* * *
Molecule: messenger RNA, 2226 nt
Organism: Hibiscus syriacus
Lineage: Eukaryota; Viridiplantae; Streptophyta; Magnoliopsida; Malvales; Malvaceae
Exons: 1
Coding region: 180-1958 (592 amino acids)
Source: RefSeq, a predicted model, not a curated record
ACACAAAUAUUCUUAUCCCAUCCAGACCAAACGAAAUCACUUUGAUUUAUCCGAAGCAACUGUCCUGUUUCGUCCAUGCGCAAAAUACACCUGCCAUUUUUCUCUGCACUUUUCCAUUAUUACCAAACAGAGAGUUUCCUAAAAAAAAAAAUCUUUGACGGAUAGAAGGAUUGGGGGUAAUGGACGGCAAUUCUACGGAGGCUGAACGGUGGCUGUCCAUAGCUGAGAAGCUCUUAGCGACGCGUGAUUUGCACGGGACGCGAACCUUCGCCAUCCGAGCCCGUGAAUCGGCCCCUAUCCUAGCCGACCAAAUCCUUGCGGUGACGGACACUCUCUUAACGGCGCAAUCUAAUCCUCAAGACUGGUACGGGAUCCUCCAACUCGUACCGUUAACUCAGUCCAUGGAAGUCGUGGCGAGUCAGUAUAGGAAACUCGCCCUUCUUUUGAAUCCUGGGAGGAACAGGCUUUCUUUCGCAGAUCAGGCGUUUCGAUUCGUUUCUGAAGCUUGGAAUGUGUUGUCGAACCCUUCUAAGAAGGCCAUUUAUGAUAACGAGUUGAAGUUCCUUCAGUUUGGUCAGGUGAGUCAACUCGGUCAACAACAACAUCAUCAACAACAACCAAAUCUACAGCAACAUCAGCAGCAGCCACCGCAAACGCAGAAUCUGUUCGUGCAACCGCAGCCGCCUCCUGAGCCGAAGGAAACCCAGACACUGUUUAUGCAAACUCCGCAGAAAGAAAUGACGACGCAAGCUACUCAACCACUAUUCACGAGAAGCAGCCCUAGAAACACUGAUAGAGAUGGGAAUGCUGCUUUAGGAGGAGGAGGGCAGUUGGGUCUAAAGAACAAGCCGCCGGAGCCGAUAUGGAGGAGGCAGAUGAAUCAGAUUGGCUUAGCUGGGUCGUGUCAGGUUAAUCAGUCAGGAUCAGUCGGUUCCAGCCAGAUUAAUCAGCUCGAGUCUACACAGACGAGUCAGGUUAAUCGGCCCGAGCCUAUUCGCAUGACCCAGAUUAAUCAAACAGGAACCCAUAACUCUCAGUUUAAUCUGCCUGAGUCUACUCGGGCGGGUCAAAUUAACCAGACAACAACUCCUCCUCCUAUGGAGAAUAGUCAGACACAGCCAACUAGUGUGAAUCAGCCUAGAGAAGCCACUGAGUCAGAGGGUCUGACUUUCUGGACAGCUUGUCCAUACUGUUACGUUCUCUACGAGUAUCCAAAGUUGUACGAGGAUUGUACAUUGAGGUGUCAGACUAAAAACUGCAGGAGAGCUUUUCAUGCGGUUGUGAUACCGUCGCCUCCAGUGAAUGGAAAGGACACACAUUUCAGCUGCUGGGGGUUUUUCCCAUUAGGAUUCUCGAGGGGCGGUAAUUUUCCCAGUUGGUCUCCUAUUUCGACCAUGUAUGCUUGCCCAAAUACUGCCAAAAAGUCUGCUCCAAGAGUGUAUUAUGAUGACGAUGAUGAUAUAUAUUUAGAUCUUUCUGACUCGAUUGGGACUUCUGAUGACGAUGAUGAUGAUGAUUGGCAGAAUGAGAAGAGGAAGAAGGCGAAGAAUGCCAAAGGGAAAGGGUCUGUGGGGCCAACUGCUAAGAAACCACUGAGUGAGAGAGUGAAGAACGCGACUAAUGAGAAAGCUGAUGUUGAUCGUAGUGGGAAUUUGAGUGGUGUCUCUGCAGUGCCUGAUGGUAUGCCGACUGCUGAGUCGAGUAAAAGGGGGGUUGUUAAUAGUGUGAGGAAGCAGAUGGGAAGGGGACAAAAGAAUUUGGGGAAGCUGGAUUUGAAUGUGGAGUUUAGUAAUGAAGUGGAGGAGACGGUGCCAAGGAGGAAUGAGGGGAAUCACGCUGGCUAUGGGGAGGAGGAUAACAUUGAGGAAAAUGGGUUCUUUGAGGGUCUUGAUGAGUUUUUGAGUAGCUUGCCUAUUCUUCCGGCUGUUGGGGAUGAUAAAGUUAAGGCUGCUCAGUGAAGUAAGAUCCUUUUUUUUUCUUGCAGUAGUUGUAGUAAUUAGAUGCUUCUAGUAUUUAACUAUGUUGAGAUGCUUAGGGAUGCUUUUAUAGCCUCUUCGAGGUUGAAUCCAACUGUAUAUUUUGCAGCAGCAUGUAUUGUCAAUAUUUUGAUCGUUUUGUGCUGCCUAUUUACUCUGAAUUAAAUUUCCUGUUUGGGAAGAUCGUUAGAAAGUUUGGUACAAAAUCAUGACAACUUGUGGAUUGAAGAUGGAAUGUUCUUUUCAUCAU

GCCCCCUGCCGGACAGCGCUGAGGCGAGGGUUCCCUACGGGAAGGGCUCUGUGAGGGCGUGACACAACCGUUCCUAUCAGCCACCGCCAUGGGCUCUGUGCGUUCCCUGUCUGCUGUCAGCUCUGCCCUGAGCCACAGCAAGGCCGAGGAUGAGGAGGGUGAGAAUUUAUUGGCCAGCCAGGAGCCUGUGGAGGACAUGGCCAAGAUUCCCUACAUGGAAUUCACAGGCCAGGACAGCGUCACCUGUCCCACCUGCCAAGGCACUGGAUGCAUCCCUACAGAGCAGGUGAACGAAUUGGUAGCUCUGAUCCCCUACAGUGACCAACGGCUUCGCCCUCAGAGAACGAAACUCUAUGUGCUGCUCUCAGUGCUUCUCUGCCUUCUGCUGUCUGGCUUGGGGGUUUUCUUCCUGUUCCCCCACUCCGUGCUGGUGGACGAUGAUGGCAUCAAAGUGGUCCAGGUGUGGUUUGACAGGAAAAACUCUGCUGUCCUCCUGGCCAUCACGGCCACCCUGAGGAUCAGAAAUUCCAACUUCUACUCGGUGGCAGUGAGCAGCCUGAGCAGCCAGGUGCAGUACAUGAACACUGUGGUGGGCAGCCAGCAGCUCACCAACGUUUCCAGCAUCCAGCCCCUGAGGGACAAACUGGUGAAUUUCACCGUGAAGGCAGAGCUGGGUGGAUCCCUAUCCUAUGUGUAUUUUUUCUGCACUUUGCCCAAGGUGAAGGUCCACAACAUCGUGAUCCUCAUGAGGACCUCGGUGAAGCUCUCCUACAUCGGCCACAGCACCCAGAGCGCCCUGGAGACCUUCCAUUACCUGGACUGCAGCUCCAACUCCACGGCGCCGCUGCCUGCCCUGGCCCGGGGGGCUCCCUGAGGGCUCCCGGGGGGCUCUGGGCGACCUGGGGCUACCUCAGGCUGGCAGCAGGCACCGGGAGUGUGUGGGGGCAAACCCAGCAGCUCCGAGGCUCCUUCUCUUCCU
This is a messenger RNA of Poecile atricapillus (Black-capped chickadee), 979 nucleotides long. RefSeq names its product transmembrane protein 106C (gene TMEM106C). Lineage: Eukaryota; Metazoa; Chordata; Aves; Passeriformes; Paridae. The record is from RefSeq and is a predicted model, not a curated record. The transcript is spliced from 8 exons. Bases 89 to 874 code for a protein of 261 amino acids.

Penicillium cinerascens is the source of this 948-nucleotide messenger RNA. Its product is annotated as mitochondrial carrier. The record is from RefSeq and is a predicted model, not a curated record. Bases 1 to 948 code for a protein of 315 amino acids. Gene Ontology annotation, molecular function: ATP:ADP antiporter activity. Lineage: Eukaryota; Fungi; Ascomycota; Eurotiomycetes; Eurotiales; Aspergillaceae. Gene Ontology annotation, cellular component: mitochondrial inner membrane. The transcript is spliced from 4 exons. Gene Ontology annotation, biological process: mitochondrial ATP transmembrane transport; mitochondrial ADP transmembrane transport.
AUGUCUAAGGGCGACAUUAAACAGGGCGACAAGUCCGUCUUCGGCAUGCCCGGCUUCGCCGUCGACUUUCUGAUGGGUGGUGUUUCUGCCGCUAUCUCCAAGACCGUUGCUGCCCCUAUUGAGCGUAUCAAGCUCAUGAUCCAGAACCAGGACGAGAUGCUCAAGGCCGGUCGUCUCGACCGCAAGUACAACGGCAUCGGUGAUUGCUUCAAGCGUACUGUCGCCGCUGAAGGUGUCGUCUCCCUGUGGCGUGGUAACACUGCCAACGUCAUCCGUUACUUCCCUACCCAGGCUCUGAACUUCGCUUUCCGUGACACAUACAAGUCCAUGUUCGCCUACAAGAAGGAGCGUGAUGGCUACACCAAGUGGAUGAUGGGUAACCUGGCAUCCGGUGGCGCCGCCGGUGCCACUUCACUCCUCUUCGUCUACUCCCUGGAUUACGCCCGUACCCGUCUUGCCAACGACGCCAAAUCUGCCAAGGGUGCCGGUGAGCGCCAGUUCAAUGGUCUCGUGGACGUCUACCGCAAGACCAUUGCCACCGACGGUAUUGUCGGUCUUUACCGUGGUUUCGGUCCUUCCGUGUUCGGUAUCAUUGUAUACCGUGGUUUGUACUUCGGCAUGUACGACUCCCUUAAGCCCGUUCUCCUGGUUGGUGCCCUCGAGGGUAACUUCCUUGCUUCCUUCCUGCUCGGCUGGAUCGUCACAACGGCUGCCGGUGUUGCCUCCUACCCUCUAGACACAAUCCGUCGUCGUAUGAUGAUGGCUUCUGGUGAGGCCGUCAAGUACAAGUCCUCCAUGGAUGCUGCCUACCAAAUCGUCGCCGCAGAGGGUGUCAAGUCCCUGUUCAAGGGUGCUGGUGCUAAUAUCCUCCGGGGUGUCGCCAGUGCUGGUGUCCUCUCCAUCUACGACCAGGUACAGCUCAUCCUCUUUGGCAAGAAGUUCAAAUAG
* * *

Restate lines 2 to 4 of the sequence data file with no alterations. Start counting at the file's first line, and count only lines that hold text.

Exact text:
Organism: Hibiscus syriacus
Lineage: Eukaryota; Viridiplantae; Streptophyta; Magnoliopsida; Malvales; Malvaceae
Exons: 1